How Low Mortgage Interest Rates Are Shaping The Real Estate Market

Historic low mortgage interest rates are redefining the housing market and we will see the impact of today's mortgages last long into the futureHistoric low mortgage interest rates are redefining the housing market and we will see the impact of today's mortgages last long into the future.

If you haven't been paying attention to real estate and the mortgage market, then I want to encourage you to take a few minutes to consider some options they present and how your decisions today are going to affect you financially in the future.

In today's post, I'll show you examples of how homeowners have been impacted by changing mortgage interest rates, give you a glimpse of the future real estate market, and show you two great ways to prepare for these changes today.

Hear It Direct From The Source

Current Mortgage Interest Rates

The following graph shows a monthly plot of mortgage interest rates for more than fifty years.

graph shows a monthly plot of mortgage interest rates for more than fifty years

The mortgage information in the graph above is provided by Freddie Mac (Freddie Mac is a government-owned corporation that buys mortgages and packages them into mortgage-backed securities. Its official title is the Federal Home Loan Mortgage Corporation or FHLMC. Banks use the funds received from Freddie to make new loans to homebuyers). It shows the average monthly mortgage interest rate since the beginning of 1971.

I included the graph above to demonstrate the significance of today's low mortgage interest rates. They are not merely "slightly" lower than the historical norms, they are significantly the lowest interest rates on record.

In order to put this into perspective, I have produced some numbers to show how the typical homeowner (or homebuyer) will be impacted by today's low rates.

How Today's Low Rates Are Impacting Homebuyer Behavior

I was motivated to prepare this article after receiving a few questions on my latest luxury homes report. In case you missed the article and video, 2020 posted the most luxury home sales ever recorded, so I wanted to further explore the impact of low mortgage interest rates on this fragile segment of the housing market.

When the cost of money declines, home affordability (initially) rises. Buoyed by low mortgage interest rates, buyers can qualify for, and afford, more home based upon the monthly payment they can handle. In order to demonstrate this, I want to compare two separate buyers.

The first buyer will be referred to as the "Y2K Buyer," as this person will be buying a home at the prevailing mortgage interest rates back in the year 2000. The second buyer is "Today's Buyer" who will be purchasing at an incredibly low market rate of 2.25% (which we've seen a few times lately with buyers we helped in their acquisition of a new home).

The great impact of historic-low mortgage interest rates in the housing market

The table above compares borrowing $800,000 at two different rates. The table on the left is today's super-low rate of 2.25% while the table on the right is the 8.00% rate that buyers were happy to get back in 2000.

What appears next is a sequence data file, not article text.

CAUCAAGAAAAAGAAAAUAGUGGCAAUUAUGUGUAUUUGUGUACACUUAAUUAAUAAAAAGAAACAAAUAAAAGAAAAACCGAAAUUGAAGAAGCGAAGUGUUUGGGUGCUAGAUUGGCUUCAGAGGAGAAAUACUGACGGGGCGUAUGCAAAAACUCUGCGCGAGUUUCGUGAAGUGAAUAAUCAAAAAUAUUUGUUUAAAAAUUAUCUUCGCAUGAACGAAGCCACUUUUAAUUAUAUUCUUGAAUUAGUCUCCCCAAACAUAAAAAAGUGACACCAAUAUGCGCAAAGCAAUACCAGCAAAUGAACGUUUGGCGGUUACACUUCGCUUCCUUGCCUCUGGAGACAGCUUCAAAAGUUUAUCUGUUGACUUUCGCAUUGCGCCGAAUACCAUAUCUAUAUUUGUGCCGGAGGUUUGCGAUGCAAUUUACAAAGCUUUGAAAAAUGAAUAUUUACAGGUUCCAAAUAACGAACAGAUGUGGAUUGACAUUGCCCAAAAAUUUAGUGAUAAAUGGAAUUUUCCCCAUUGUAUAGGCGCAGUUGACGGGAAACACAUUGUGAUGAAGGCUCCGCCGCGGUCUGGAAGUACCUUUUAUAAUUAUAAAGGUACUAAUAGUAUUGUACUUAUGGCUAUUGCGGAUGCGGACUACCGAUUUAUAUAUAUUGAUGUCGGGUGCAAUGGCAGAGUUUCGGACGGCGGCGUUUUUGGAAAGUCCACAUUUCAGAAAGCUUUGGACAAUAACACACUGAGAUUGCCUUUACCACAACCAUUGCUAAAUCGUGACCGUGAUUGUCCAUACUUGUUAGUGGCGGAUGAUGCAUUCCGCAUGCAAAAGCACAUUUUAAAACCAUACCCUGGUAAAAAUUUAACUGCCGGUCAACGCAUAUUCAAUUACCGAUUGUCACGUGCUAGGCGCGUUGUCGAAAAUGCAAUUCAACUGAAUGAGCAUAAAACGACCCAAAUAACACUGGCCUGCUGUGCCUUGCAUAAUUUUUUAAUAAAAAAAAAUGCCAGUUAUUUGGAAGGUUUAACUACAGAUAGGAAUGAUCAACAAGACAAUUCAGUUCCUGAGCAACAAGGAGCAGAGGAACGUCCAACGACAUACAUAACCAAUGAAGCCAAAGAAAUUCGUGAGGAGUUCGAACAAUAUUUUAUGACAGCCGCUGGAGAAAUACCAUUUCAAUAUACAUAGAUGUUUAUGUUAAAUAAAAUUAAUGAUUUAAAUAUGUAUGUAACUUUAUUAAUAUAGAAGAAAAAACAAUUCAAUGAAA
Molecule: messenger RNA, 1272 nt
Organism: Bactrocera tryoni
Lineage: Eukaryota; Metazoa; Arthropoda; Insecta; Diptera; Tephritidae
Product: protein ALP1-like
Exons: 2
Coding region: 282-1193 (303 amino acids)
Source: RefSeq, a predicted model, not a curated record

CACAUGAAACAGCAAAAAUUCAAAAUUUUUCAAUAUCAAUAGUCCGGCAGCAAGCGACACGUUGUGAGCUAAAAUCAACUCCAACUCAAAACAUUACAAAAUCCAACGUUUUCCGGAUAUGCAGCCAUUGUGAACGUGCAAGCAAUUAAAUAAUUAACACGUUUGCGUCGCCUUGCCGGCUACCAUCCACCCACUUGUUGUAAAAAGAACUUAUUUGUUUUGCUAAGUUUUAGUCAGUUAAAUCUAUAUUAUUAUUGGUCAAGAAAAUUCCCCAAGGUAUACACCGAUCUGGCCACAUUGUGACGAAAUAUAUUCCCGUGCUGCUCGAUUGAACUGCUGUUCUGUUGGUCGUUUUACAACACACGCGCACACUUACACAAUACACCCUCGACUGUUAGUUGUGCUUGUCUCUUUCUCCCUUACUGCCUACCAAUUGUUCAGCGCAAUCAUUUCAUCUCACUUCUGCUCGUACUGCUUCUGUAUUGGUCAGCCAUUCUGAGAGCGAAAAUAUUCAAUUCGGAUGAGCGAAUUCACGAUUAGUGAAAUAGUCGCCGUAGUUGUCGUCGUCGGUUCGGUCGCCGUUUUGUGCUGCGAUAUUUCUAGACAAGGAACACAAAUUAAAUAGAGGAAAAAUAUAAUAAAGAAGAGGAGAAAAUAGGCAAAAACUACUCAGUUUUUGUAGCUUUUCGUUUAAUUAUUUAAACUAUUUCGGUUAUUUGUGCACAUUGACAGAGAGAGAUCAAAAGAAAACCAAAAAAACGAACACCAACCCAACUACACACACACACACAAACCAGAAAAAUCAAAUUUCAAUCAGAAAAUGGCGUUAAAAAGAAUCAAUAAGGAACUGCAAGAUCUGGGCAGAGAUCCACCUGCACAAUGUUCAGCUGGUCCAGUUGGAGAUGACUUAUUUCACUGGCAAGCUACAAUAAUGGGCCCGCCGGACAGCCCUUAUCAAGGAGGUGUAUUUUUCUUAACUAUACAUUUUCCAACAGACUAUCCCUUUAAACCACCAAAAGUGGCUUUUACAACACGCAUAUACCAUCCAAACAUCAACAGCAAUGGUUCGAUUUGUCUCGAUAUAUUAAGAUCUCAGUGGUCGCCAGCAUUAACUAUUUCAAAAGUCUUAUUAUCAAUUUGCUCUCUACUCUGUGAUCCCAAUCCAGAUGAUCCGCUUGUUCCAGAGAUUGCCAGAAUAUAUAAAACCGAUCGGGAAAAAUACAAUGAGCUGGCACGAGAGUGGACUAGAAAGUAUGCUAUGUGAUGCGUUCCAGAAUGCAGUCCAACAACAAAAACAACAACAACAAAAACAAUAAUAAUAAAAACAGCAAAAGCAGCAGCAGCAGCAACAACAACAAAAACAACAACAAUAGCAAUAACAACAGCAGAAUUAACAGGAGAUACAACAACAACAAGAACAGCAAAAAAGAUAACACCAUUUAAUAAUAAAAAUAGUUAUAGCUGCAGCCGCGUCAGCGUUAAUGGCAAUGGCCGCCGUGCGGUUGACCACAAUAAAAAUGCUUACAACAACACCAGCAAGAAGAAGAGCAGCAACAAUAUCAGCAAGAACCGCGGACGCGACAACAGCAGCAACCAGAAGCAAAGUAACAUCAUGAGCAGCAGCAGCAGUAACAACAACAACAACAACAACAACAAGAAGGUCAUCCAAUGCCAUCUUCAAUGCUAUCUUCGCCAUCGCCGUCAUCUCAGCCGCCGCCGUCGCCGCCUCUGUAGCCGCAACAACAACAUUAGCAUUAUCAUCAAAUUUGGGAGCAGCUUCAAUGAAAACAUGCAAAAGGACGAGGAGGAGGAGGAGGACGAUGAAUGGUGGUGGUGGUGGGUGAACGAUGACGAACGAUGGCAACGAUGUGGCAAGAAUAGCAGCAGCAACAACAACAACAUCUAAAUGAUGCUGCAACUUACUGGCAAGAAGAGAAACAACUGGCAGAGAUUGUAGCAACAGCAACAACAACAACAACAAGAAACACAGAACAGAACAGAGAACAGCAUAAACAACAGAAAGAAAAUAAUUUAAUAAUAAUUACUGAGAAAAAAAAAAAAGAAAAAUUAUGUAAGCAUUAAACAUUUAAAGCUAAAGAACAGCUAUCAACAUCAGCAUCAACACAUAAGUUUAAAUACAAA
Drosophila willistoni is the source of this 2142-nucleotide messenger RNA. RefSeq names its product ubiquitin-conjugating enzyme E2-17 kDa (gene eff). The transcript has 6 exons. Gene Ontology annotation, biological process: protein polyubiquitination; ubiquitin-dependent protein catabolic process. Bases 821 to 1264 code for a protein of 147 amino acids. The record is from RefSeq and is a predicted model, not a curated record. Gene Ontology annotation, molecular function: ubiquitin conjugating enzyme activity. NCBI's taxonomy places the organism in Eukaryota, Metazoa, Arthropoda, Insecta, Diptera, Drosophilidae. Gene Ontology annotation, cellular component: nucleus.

Today's buyer will save $1M in interest payments over the life of the loan when compared to the Y2K buyer (who's payment is 92% higher in order to include the extra interest required to repay the loan).

Can you see why there are more luxury home buyers today? When you drop $1M off the mortgage interest requirement, it opens the door to a lot more people. The table below explores this even further.

table shows the impact of mortgage interest rates on home affordability

While the first table revealed the principle and interest differences for the two buyers, this table looks at affordability by including real estate taxes and homeowners insurance which will be included in the monthly mortgage payment. Furthermore, there is an entry to show what today's buyers would be able to afford at the Y2K rate (keeping the principle and interest the same as with today's rate).

The circle in the table above shows the total monthly payment required by each buyer, while the information to the right of the circle estimates the income requirements for each in order to qualify for the loan. The Y2K buyer would have needed a household income a full $100K per year higher to buy a luxury home than does today's buyer, and this is one reason that luxury home sales are so strong right now.

The bottom line in the table shows that today's buyer, if limited to the 8% mortgage interest rate that we saw in Y2K, would only qualify to borrow $417,000 (just over 1/2 the luxury home amount).

Below, I share what I believe the future holds for the housing market and mortgage interest rates as well as my top 2 tips for EVERYBODY (renters, homeowners, and homesteaders).

There are a lot of people who endorse Joe for the job of selling your home, from Barbara Corcoran (Star of ABC's Shark Tank) to Preston Scott (host of Tallahassee's top daily "Audio Magazine," as well as the thousands of happy customers Joe has helped in the past. Listen why!

The Future Of The Housing Market

If there is one thing we can be certain of, it's that mortgage interest rates will rise again someday. Probably not too soon, as the economy has major strides remaining to recover from the economic impact of the COVID-19 pandemic.